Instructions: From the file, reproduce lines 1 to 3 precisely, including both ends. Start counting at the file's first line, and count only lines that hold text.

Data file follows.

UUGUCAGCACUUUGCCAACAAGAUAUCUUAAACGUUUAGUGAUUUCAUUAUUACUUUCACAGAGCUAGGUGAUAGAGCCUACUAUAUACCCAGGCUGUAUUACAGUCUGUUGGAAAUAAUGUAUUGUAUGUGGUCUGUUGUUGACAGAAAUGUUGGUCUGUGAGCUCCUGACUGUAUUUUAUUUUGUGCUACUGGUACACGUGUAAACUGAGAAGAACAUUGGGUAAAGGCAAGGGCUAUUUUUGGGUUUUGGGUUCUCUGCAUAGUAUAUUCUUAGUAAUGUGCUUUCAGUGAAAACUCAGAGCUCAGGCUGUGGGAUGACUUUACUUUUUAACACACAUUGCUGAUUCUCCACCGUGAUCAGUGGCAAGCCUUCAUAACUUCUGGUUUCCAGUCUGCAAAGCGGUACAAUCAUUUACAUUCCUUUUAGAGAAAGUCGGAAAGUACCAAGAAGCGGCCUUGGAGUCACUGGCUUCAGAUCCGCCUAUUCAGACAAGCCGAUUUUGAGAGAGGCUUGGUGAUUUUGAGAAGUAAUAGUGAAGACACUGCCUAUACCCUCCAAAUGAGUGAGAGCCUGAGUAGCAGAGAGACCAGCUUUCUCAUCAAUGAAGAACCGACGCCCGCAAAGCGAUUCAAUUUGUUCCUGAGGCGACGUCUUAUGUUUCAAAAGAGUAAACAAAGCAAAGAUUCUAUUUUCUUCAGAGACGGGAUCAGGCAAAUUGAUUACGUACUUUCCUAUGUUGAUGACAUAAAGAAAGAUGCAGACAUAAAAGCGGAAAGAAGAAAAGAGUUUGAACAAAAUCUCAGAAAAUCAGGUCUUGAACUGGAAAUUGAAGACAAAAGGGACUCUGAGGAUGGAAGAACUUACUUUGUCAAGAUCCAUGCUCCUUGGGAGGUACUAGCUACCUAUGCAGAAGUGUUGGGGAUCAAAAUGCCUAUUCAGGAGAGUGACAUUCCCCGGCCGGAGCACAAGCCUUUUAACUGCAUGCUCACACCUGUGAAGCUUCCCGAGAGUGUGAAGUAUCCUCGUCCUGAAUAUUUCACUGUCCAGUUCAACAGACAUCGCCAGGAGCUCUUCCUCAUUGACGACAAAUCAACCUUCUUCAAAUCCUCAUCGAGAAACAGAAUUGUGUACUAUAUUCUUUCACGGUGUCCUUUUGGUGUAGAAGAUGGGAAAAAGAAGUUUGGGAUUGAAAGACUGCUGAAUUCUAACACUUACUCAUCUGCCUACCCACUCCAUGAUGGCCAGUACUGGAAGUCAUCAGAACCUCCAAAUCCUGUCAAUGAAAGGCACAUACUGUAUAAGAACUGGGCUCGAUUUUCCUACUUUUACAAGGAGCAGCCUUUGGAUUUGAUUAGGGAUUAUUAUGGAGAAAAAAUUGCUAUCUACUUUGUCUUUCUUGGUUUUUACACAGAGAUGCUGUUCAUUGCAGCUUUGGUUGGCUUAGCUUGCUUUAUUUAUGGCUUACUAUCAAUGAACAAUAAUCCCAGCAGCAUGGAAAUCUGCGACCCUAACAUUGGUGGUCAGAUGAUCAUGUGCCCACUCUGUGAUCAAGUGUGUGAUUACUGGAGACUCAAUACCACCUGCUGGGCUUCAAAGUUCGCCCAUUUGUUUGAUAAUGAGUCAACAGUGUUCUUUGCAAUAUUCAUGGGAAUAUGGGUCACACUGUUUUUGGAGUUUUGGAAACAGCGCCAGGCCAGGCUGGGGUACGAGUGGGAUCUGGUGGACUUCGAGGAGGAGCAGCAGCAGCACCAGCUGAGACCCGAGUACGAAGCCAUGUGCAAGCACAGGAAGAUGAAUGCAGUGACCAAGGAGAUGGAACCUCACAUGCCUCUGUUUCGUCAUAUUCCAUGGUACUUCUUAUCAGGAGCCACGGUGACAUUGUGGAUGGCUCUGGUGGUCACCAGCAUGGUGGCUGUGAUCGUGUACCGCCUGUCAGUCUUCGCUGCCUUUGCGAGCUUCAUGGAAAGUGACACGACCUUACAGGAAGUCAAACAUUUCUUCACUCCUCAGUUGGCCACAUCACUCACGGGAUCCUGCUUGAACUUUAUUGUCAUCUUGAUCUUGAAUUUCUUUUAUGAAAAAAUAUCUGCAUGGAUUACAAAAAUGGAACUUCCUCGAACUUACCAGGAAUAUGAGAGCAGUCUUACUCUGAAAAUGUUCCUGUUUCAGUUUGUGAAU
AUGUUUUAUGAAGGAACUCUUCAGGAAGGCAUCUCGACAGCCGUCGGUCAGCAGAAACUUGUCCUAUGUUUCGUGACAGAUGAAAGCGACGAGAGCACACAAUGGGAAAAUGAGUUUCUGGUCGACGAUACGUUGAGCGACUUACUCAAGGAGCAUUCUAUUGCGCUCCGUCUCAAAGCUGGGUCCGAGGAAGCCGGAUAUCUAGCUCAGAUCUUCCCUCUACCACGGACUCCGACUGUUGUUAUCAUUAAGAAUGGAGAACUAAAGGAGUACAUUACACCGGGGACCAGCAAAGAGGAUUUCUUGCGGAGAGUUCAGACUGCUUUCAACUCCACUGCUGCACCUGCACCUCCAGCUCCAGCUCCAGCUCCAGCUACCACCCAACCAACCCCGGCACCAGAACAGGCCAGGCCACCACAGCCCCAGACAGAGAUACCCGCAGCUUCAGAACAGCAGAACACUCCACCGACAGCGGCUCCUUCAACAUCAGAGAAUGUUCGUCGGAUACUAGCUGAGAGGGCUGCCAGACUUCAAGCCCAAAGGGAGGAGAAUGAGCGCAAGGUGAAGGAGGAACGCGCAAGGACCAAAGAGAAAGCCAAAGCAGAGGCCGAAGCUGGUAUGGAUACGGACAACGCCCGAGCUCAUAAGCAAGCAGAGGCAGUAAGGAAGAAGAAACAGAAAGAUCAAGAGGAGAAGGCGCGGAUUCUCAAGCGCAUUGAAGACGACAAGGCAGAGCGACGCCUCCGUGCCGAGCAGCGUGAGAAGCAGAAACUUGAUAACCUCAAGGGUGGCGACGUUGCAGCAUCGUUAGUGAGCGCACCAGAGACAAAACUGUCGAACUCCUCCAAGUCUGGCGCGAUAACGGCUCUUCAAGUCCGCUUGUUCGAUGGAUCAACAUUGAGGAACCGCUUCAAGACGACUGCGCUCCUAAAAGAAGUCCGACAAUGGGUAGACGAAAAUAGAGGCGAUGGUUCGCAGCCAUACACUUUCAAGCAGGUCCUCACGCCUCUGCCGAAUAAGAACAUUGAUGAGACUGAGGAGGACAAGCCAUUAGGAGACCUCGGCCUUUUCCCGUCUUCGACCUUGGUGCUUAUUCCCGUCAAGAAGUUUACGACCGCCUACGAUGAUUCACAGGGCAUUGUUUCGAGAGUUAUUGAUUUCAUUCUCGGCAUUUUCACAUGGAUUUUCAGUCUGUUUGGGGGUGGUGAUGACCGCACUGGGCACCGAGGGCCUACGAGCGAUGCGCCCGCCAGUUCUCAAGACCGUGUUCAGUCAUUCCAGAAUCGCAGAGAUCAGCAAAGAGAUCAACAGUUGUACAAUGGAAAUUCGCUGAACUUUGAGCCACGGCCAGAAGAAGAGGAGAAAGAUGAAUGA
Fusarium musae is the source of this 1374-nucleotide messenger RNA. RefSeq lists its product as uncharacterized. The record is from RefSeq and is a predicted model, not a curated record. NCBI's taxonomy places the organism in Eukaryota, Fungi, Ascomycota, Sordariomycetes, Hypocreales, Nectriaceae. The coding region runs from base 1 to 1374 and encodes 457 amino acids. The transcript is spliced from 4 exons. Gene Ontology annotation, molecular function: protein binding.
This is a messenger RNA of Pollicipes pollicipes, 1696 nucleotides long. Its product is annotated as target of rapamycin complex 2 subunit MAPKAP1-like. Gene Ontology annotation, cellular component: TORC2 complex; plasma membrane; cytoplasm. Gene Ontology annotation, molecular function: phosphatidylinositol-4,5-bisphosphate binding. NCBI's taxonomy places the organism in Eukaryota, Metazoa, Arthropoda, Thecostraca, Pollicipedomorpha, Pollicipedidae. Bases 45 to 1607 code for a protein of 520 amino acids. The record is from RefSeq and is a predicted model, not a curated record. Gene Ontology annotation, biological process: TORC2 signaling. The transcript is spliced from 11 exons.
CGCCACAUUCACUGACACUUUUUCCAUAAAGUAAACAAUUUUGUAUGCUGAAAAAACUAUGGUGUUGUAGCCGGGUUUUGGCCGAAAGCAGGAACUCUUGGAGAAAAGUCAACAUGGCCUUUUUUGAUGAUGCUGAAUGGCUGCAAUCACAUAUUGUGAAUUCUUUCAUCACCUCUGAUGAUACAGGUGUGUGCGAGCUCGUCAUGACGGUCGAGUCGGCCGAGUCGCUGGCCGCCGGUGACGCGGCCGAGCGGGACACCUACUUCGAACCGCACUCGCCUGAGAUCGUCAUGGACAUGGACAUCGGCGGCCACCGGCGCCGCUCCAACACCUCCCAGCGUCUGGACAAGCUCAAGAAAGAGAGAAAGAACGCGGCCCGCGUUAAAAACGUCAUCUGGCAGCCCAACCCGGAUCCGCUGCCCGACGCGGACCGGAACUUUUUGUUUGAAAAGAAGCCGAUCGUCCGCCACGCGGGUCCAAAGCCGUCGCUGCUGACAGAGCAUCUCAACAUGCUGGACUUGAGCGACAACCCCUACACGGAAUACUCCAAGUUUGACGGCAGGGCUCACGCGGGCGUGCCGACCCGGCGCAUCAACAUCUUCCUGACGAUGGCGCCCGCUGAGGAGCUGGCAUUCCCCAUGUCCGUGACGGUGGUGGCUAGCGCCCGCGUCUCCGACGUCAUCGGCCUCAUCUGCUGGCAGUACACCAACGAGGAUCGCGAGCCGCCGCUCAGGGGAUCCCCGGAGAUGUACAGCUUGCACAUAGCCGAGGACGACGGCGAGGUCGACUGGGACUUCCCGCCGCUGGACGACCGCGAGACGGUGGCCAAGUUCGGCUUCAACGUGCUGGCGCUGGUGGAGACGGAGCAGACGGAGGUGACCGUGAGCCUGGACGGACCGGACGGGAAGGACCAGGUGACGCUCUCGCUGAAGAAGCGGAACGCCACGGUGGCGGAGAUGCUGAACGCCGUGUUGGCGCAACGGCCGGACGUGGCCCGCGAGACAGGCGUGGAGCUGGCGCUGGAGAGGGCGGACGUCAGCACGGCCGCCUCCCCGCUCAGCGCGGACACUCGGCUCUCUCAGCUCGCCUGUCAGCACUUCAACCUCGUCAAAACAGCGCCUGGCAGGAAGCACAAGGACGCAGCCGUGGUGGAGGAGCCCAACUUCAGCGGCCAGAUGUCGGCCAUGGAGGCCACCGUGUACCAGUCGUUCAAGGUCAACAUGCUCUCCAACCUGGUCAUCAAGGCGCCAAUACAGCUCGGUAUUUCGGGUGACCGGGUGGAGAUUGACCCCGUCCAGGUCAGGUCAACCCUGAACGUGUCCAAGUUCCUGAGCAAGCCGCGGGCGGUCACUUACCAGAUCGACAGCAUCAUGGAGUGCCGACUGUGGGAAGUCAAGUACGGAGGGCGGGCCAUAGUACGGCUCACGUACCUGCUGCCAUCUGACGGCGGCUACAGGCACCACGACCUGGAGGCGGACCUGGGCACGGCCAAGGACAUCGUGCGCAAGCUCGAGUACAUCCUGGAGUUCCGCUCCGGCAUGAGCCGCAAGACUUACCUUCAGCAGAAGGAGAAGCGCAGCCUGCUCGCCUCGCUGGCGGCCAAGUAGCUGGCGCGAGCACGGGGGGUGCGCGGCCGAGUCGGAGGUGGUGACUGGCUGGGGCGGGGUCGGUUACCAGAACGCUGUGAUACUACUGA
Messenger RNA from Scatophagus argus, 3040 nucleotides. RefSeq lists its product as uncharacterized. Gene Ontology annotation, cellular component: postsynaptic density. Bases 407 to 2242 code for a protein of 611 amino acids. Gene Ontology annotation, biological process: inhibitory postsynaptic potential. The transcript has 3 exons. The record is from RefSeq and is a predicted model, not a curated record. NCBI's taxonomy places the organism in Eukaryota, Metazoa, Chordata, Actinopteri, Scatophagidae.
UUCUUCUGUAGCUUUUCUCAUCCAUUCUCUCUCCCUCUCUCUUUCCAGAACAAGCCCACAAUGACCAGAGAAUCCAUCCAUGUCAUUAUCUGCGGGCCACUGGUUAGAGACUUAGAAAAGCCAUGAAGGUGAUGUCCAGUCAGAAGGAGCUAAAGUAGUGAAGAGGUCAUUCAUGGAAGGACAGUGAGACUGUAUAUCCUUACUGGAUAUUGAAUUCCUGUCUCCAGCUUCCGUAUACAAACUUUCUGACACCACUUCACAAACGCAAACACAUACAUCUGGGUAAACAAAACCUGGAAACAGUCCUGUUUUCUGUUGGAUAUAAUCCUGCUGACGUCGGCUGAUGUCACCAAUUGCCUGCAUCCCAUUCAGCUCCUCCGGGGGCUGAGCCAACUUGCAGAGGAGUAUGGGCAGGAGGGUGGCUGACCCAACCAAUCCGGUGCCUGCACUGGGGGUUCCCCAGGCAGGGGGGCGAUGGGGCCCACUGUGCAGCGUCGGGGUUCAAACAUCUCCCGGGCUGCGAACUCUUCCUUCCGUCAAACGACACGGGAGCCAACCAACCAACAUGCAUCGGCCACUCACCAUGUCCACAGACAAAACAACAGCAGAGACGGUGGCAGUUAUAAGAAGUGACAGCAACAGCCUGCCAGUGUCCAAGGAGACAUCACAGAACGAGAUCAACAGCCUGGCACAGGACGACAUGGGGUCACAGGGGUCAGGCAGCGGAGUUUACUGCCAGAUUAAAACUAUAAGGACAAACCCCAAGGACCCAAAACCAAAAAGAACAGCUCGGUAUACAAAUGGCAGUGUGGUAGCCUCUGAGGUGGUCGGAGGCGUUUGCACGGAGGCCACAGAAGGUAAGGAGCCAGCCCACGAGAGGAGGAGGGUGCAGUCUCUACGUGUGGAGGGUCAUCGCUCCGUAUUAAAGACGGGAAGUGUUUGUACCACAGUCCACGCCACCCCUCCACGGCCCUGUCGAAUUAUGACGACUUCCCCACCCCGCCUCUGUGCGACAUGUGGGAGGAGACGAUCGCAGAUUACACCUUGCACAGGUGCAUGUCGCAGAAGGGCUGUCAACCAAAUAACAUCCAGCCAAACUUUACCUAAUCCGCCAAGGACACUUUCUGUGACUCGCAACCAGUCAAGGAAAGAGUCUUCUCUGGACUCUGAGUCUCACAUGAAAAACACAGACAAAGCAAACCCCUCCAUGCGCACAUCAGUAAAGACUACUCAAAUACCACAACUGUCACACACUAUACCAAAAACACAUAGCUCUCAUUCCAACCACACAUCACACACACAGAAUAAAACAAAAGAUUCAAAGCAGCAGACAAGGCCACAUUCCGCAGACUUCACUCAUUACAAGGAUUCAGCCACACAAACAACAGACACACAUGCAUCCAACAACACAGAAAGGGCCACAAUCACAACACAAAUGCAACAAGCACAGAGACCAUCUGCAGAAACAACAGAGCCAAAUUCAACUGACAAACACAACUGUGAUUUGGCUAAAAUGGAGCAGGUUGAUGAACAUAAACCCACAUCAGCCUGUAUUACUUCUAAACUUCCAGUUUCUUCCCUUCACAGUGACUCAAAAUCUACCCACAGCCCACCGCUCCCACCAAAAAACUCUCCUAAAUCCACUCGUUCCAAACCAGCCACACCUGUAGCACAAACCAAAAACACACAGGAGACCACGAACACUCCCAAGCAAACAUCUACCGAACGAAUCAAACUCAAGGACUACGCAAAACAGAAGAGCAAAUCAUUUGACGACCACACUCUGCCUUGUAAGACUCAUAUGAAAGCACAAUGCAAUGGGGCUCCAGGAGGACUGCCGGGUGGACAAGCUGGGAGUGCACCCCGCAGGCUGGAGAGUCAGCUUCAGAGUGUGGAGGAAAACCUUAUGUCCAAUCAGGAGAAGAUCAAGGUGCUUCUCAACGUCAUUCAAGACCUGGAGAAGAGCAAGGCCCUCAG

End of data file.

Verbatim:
UUGUCAGCACUUUGCCAACAAGAUAUCUUAAACGUUUAGUGAUUUCAUUAUUACUUUCACAGAGCUAGGUGAUAGAGCCUACUAUAUACCCAGGCUGUAUUACAGUCUGUUGGAAAUAAUGUAUUGUAUGUGGUCUGUUGUUGACAGAAAUGUUGGUCUGUGAGCUCCUGACUGUAUUUUAUUUUGUGCUACUGGUACACGUGUAAACUGAGAAGAACAUUGGGUAAAGGCAAGGGCUAUUUUUGGGUUUUGGGUUCUCUGCAUAGUAUAUUCUUAGUAAUGUGCUUUCAGUGAAAACUCAGAGCUCAGGCUGUGGGAUGACUUUACUUUUUAACACACAUUGCUGAUUCUCCACCGUGAUCAGUGGCAAGCCUUCAUAACUUCUGGUUUCCAGUCUGCAAAGCGGUACAAUCAUUUACAUUCCUUUUAGAGAAAGUCGGAAAGUACCAAGAAGCGGCCUUGGAGUCACUGGCUUCAGAUCCGCCUAUUCAGACAAGCCGAUUUUGAGAGAGGCUUGGUGAUUUUGAGAAGUAAUAGUGAAGACACUGCCUAUACCCUCCAAAUGAGUGAGAGCCUGAGUAGCAGAGAGACCAGCUUUCUCAUCAAUGAAGAACCGACGCCCGCAAAGCGAUUCAAUUUGUUCCUGAGGCGACGUCUUAUGUUUCAAAAGAGUAAACAAAGCAAAGAUUCUAUUUUCUUCAGAGACGGGAUCAGGCAAAUUGAUUACGUACUUUCCUAUGUUGAUGACAUAAAGAAAGAUGCAGACAUAAAAGCGGAAAGAAGAAAAGAGUUUGAACAAAAUCUCAGAAAAUCAGGUCUUGAACUGGAAAUUGAAGACAAAAGGGACUCUGAGGAUGGAAGAACUUACUUUGUCAAGAUCCAUGCUCCUUGGGAGGUACUAGCUACCUAUGCAGAAGUGUUGGGGAUCAAAAUGCCUAUUCAGGAGAGUGACAUUCCCCGGCCGGAGCACAAGCCUUUUAACUGCAUGCUCACACCUGUGAAGCUUCCCGAGAGUGUGAAGUAUCCUCGUCCUGAAUAUUUCACUGUCCAGUUCAACAGACAUCGCCAGGAGCUCUUCCUCAUUGACGACAAAUCAACCUUCUUCAAAUCCUCAUCGAGAAACAGAAUUGUGUACUAUAUUCUUUCACGGUGUCCUUUUGGUGUAGAAGAUGGGAAAAAGAAGUUUGGGAUUGAAAGACUGCUGAAUUCUAACACUUACUCAUCUGCCUACCCACUCCAUGAUGGCCAGUACUGGAAGUCAUCAGAACCUCCAAAUCCUGUCAAUGAAAGGCACAUACUGUAUAAGAACUGGGCUCGAUUUUCCUACUUUUACAAGGAGCAGCCUUUGGAUUUGAUUAGGGAUUAUUAUGGAGAAAAAAUUGCUAUCUACUUUGUCUUUCUUGGUUUUUACACAGAGAUGCUGUUCAUUGCAGCUUUGGUUGGCUUAGCUUGCUUUAUUUAUGGCUUACUAUCAAUGAACAAUAAUCCCAGCAGCAUGGAAAUCUGCGACCCUAACAUUGGUGGUCAGAUGAUCAUGUGCCCACUCUGUGAUCAAGUGUGUGAUUACUGGAGACUCAAUACCACCUGCUGGGCUUCAAAGUUCGCCCAUUUGUUUGAUAAUGAGUCAACAGUGUUCUUUGCAAUAUUCAUGGGAAUAUGGGUCACACUGUUUUUGGAGUUUUGGAAACAGCGCCAGGCCAGGCUGGGGUACGAGUGGGAUCUGGUGGACUUCGAGGAGGAGCAGCAGCAGCACCAGCUGAGACCCGAGUACGAAGCCAUGUGCAAGCACAGGAAGAUGAAUGCAGUGACCAAGGAGAUGGAACCUCACAUGCCUCUGUUUCGUCAUAUUCCAUGGUACUUCUUAUCAGGAGCCACGGUGACAUUGUGGAUGGCUCUGGUGGUCACCAGCAUGGUGGCUGUGAUCGUGUACCGCCUGUCAGUCUUCGCUGCCUUUGCGAGCUUCAUGGAAAGUGACACGACCUUACAGGAAGUCAAACAUUUCUUCACUCCUCAGUUGGCCACAUCACUCACGGGAUCCUGCUUGAACUUUAUUGUCAUCUUGAUCUUGAAUUUCUUUUAUGAAAAAAUAUCUGCAUGGAUUACAAAAAUGGAACUUCCUCGAACUUACCAGGAAUAUGAGAGCAGUCUUACUCUGAAAAUGUUCCUGUUUCAGUUUGUGAAU
AUGUUUUAUGAAGGAACUCUUCAGGAAGGCAUCUCGACAGCCGUCGGUCAGCAGAAACUUGUCCUAUGUUUCGUGACAGAUGAAAGCGACGAGAGCACACAAUGGGAAAAUGAGUUUCUGGUCGACGAUACGUUGAGCGACUUACUCAAGGAGCAUUCUAUUGCGCUCCGUCUCAAAGCUGGGUCCGAGGAAGCCGGAUAUCUAGCUCAGAUCUUCCCUCUACCACGGACUCCGACUGUUGUUAUCAUUAAGAAUGGAGAACUAAAGGAGUACAUUACACCGGGGACCAGCAAAGAGGAUUUCUUGCGGAGAGUUCAGACUGCUUUCAACUCCACUGCUGCACCUGCACCUCCAGCUCCAGCUCCAGCUCCAGCUACCACCCAACCAACCCCGGCACCAGAACAGGCCAGGCCACCACAGCCCCAGACAGAGAUACCCGCAGCUUCAGAACAGCAGAACACUCCACCGACAGCGGCUCCUUCAACAUCAGAGAAUGUUCGUCGGAUACUAGCUGAGAGGGCUGCCAGACUUCAAGCCCAAAGGGAGGAGAAUGAGCGCAAGGUGAAGGAGGAACGCGCAAGGACCAAAGAGAAAGCCAAAGCAGAGGCCGAAGCUGGUAUGGAUACGGACAACGCCCGAGCUCAUAAGCAAGCAGAGGCAGUAAGGAAGAAGAAACAGAAAGAUCAAGAGGAGAAGGCGCGGAUUCUCAAGCGCAUUGAAGACGACAAGGCAGAGCGACGCCUCCGUGCCGAGCAGCGUGAGAAGCAGAAACUUGAUAACCUCAAGGGUGGCGACGUUGCAGCAUCGUUAGUGAGCGCACCAGAGACAAAACUGUCGAACUCCUCCAAGUCUGGCGCGAUAACGGCUCUUCAAGUCCGCUUGUUCGAUGGAUCAACAUUGAGGAACCGCUUCAAGACGACUGCGCUCCUAAAAGAAGUCCGACAAUGGGUAGACGAAAAUAGAGGCGAUGGUUCGCAGCCAUACACUUUCAAGCAGGUCCUCACGCCUCUGCCGAAUAAGAACAUUGAUGAGACUGAGGAGGACAAGCCAUUAGGAGACCUCGGCCUUUUCCCGUCUUCGACCUUGGUGCUUAUUCCCGUCAAGAAGUUUACGACCGCCUACGAUGAUUCACAGGGCAUUGUUUCGAGAGUUAUUGAUUUCAUUCUCGGCAUUUUCACAUGGAUUUUCAGUCUGUUUGGGGGUGGUGAUGACCGCACUGGGCACCGAGGGCCUACGAGCGAUGCGCCCGCCAGUUCUCAAGACCGUGUUCAGUCAUUCCAGAAUCGCAGAGAUCAGCAAAGAGAUCAACAGUUGUACAAUGGAAAUUCGCUGAACUUUGAGCCACGGCCAGAAGAAGAGGAGAAAGAUGAAUGA
Fusarium musae is the source of this 1374-nucleotide messenger RNA. RefSeq lists its product as uncharacterized. The record is from RefSeq and is a predicted model, not a curated record. NCBI's taxonomy places the organism in Eukaryota, Fungi, Ascomycota, Sordariomycetes, Hypocreales, Nectriaceae. The coding region runs from base 1 to 1374 and encodes 457 amino acids. The transcript is spliced from 4 exons. Gene Ontology annotation, molecular function: protein binding.